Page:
How much can you safely spend each year from your retirement savings without worrying about running out of money? Do you really have enough money saved for retirement? These are critical questions for older workers and retirees to answer, particularly those who don't have substantial pension benefits and are relying on Social Security, 401(k) balances and IRAs for retirement income.
There's evidence that many people are struggling with these questions. For example, a recent survey showed that more than half of all respondents were too optimistic about a safe withdrawal rate. Almost one-third of were wildly overoptimistic and would spend their savings at a rate that would ensure they would almost surely deplete it during their lifetime.
The Society of Actuaries recently published a series of essays that address common retirement risks. The lead essay, written by Evan Inglis, senior vice president in the Institutional Solutions group at Nuveen Asset Management, provides easy-to-understand guidance on the above questions.
"My friends, my parents and new people that I meet all seem to be interested in whether they have enough money saved up," said Inglis. "Even though there are lots of things to think about, for the vast majority of people, very simple guidelines will be most useful."
Inglis starts by describing one straightforward spending rule: Spend no more than 3 percent of your savings each year. For example, if you have $100,000 in savings, you could spend $3,000 in the coming year to supplement Social Security and any pension income you may be receiving.
Each year, you'd recalculate your spending amount to reflect the current value of your savings. This rule assumes you have 40 percent to 70 percent of your portfolio invested in equities, with the rest in fixed-income investments.
This spending rule aims to help you withstand periods of poor stock market returns and provide income in case you live a long time. It isn't intended to enable the highest level of spending. While researching this critical topic, one thing Inglis discovered was that older retirees could safely spend more than 3 percent of their savings.
This realization inspired him to develop the "feel free" spending rule:
- Divide your age by 20 to determine the percentage of savings each year that you can safely spend. If you're married, use the age of the younger spouse.
For example, if you're 70 years old, divide 70 by 20 to determine the "feel free" withdrawal rate that you can safely spend in a year: 3.5 percent. Calculations using age 80 result in an answer of 4 percent.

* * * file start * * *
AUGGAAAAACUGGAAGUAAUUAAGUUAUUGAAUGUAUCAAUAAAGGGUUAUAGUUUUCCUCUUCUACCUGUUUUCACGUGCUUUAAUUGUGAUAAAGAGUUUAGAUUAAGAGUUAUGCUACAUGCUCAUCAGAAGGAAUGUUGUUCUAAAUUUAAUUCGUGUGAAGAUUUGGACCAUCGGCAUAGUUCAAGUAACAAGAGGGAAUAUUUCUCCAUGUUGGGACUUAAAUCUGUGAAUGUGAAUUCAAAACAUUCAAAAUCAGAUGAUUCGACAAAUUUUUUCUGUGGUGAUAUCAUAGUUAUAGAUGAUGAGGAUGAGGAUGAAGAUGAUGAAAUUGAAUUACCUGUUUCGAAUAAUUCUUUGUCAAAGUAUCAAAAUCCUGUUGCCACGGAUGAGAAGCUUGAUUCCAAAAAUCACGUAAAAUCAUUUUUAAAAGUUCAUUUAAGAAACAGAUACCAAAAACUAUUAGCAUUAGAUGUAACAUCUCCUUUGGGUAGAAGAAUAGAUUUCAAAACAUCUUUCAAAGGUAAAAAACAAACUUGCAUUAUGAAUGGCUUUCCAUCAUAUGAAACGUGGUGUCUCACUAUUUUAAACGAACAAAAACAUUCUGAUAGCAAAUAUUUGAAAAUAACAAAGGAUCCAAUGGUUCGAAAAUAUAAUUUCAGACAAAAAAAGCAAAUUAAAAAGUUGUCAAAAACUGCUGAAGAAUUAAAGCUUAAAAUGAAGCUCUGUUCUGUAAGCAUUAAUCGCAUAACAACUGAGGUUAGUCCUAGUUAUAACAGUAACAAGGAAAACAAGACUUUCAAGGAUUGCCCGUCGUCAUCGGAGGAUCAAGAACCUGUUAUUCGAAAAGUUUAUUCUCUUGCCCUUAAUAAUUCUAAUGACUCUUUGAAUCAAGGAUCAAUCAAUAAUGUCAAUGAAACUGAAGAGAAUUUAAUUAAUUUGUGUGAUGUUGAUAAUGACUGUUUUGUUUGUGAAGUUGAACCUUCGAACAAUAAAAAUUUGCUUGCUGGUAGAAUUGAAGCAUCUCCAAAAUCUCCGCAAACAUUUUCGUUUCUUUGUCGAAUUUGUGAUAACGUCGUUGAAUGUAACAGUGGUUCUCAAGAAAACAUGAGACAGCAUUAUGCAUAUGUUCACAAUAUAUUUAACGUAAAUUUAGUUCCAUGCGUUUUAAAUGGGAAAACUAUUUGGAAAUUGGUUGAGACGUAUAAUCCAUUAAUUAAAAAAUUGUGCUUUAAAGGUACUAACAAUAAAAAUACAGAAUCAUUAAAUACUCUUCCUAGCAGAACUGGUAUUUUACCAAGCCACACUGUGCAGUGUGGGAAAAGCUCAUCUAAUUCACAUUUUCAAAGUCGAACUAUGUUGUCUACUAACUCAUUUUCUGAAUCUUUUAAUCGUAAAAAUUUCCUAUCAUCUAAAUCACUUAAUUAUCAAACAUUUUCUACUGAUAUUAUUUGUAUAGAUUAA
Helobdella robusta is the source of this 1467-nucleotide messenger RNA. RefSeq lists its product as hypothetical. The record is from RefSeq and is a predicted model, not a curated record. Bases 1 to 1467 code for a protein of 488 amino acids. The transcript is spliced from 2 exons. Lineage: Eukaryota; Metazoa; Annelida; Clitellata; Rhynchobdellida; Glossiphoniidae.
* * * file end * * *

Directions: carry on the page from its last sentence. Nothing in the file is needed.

The "feel free" spending rate is intended to withstand poor investment returns over the period of your retirement. If you achieve favorable investment returns over the years, the "feel free" spending amount can increase, possibly substantially.
Undoubtedly, this could be frustrating to people who want to spend more money in the early years of their retirement while they're still healthy. One possible solution to this problem is to spend at the "feel free" rate to cover your basic living expenses, and then work part time in the early years of your retirement while you're still able, to cover your discretionary living expenses.
This can be your "mad money" -- your spending on traveling, hobbies or spoiling your grandchildren.
Inglis also outlines a "no more" spending rate, which is equal to your age divided by 10. For example, 70-year-0ld retirees should spend no more than 7 percent (70 divided by 10) of their savings in a single year.
Spending at the "no more" rate for many years will most likely result in a declining rate of spending over time due to spending down your savings too rapidly. The "no more" spending rate serves as an upper limit for a given year, but it's not recommended that a retiree spend at this rate indefinitely.
A retiree can obtain a guaranteed, lifetime level of income that's close to the "no more" rate by buying a low-cost immediate annuity. Buying an annuity from a highly rated insurance company is one safe way to boost your income above the "feel free" spending rate.
One word of caution regarding the "feel free" rate of spending: If you've invested your savings in an IRA or 401(k) plan that's subject to the IRS required minimum distribution (RMD) rules, in most situations, the "feel free" spending amount will be less than the amounts required by the RMD. So you'll need to withdraw at least the RMD amounts from your savings.
You don't need to spend that amount -- you just need to withdraw it and include it in your taxable income for the year. Amounts invested in Roth IRAs and nonretirement accounts aren't subject to the RMD rules.
The IRS RMD withdrawal amount has a few advantages: IRA and 401(k) administrators can calculate it for you, and it's also intended to make your money last for life. As it turns out, the IRS RMD results in lower withdrawal amounts than the "no more" spending rate until age 90. Thereafter, it produces higher withdrawal amounts.
So retirees who want to spend more than the "feel free" spending rate could design a withdrawal strategy that ranges between the "feel free" and the RMD rates. This will keep their spending below the "no more" rate until age 90.
There are many other reasonable ways to generate retirement income from your savings. And Inglis acknowledges many other considerations can come into play when developing a retirement income strategy. So his essay also provides details about these considerations as well as examples of how to best apply his spending rules.
Said Inglis: "The feel-free spending level is an easy-to-determine and -remember guideline for those who do not have the time, expertise or inclination to do a lot of analysis and who don't want to hire an adviser for help."